Pear Box A curiously named general purpose variety from Oldbury-on-Severn. Ci M25
Rheads Reinette Gloucestershire A really nice dessert apple. Raised from seed by William Rhead (1852-1955) at either Elton Farm, Elton or Peglars Farm, Flaxley. E. MM106. M.S
Severn Bank An old and well known early general purpose variety. E.C.Ci. M25
 Somerset Redstreak  Popular, bittersweet cider apple. First grown in 1917.  Ci M25
Spartan A popular, reliable dessert variety. Medium sized, round-conical fruit. Dark maroon flush over a pale yellow skin. White, crisp, juicy flesh. Sweet but with some acidity. Needs to be left on the tree for as long as possible for the flavour to develop. E. MM106, M.S.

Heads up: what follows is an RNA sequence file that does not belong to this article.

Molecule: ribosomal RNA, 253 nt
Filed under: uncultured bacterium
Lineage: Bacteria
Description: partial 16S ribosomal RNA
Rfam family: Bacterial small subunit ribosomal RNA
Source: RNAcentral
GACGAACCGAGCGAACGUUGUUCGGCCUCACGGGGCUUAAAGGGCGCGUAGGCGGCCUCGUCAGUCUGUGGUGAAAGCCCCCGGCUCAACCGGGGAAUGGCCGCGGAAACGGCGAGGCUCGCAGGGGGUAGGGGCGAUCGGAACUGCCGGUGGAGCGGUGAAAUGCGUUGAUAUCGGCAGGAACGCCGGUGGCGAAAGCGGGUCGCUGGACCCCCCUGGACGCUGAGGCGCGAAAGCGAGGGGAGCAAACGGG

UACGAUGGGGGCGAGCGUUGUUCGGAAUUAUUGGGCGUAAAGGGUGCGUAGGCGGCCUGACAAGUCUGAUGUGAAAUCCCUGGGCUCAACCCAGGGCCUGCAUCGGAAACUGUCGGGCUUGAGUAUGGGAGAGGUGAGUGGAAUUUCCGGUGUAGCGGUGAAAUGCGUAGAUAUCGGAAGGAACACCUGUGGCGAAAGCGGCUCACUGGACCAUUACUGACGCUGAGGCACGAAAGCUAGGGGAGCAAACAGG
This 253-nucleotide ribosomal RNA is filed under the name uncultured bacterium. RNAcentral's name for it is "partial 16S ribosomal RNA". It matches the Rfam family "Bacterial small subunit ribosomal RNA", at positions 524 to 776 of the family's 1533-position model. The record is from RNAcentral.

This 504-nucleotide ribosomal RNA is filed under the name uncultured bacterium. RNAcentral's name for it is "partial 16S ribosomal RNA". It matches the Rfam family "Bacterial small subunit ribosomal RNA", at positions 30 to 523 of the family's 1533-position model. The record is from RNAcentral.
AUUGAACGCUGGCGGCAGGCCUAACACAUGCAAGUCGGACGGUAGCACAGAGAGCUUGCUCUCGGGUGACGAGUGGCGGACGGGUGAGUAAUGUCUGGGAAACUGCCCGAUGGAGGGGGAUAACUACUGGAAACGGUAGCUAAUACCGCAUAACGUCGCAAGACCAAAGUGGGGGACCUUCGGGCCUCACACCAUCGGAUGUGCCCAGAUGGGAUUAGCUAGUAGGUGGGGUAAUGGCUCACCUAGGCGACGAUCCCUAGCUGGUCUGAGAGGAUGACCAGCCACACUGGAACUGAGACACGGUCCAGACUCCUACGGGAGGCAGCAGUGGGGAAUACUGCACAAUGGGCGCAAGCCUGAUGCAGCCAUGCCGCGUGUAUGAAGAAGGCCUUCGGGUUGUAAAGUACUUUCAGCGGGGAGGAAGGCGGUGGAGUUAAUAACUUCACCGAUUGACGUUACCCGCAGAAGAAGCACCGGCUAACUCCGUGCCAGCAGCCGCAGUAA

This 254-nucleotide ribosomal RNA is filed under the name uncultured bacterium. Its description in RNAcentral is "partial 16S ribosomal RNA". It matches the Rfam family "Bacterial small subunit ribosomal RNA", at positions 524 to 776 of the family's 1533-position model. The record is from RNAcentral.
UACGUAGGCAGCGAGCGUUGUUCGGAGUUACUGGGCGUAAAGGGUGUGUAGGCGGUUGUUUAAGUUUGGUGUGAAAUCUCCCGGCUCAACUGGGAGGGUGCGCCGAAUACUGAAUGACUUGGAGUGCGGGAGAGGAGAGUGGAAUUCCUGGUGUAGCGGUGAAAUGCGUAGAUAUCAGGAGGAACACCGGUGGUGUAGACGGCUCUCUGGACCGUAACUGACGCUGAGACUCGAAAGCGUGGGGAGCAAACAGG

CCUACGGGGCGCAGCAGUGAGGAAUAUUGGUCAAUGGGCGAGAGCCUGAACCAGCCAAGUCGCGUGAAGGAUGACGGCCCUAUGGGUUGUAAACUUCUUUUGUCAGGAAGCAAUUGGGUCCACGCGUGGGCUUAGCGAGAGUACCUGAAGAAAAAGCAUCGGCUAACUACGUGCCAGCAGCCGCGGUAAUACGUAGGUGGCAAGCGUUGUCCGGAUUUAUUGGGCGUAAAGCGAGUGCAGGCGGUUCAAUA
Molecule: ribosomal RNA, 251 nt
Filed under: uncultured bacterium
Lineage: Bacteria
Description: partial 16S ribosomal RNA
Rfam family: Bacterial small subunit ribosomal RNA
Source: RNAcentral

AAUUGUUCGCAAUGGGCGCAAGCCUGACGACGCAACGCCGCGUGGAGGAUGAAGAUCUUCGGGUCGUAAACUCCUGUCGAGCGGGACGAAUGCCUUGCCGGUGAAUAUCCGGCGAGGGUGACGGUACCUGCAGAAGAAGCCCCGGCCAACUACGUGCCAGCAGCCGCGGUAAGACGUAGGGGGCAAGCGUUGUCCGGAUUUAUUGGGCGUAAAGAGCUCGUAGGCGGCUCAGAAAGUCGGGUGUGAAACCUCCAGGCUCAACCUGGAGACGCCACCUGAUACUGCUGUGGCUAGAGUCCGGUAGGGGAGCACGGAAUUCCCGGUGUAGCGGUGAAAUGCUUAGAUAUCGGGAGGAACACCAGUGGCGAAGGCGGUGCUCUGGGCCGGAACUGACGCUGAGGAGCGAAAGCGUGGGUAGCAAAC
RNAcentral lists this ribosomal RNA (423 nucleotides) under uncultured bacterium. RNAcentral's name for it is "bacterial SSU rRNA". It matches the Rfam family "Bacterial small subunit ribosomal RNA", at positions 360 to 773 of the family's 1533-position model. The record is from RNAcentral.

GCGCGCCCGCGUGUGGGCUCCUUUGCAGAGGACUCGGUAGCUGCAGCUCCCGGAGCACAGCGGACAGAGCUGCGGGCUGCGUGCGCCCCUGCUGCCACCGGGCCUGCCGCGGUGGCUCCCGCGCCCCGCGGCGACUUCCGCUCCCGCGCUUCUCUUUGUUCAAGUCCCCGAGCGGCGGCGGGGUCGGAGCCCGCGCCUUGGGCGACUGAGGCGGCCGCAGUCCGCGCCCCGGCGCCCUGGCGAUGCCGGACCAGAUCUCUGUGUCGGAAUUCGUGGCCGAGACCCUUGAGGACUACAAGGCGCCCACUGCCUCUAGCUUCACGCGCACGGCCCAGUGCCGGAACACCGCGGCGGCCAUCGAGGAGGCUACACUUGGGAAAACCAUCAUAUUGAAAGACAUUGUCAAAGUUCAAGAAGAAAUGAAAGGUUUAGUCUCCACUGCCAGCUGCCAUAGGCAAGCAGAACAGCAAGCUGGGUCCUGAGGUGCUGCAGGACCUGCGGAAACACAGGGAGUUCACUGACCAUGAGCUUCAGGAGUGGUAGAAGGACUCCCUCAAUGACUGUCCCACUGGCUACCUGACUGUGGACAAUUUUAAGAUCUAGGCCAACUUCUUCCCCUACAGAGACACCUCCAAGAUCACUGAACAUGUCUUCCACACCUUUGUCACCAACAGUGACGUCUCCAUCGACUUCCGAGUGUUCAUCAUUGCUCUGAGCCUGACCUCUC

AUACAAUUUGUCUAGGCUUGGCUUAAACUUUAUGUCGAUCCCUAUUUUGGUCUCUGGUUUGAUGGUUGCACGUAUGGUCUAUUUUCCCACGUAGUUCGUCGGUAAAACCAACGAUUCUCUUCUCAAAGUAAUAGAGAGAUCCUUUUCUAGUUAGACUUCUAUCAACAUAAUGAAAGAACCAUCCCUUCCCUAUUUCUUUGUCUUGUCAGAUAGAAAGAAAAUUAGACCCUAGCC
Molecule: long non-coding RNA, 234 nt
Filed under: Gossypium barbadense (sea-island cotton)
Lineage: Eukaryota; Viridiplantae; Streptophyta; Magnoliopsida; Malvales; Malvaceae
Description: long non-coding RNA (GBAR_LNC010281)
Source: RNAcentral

Tydeman’s Late Orange Reliable, rich, sweet, aromatic and trouble free. E.3. MM106
Worcester Pearmain A reliable cropper of fairly early fruit (September). Sweet and juicy with a strawberry flavour. E.3. MM106, M25
Yarlington Mill Somerset Well known medium sweet cider apple. First grown around 1900 Ci. M25
Yellow Willy Gloucestershire Small yellow dessert apple, probably from Lydney. Another burrnott (see Welsh Druid) E. M.S.
E = Eater (Dessert)   C = Cooker (Culinary)   Ci = Cider.Key ‘A’      (Uses + flowering period if known)

1 = Early  to  5 = Late

Key ‘B’     (Rootstock availability}

MM106 =semi vigorous

M25 + MM111 = vigorous

Prices:

Maidens  = £18.00

Bush       =  £24.00

Half Standard = £24.00

Straightlead     = £24.00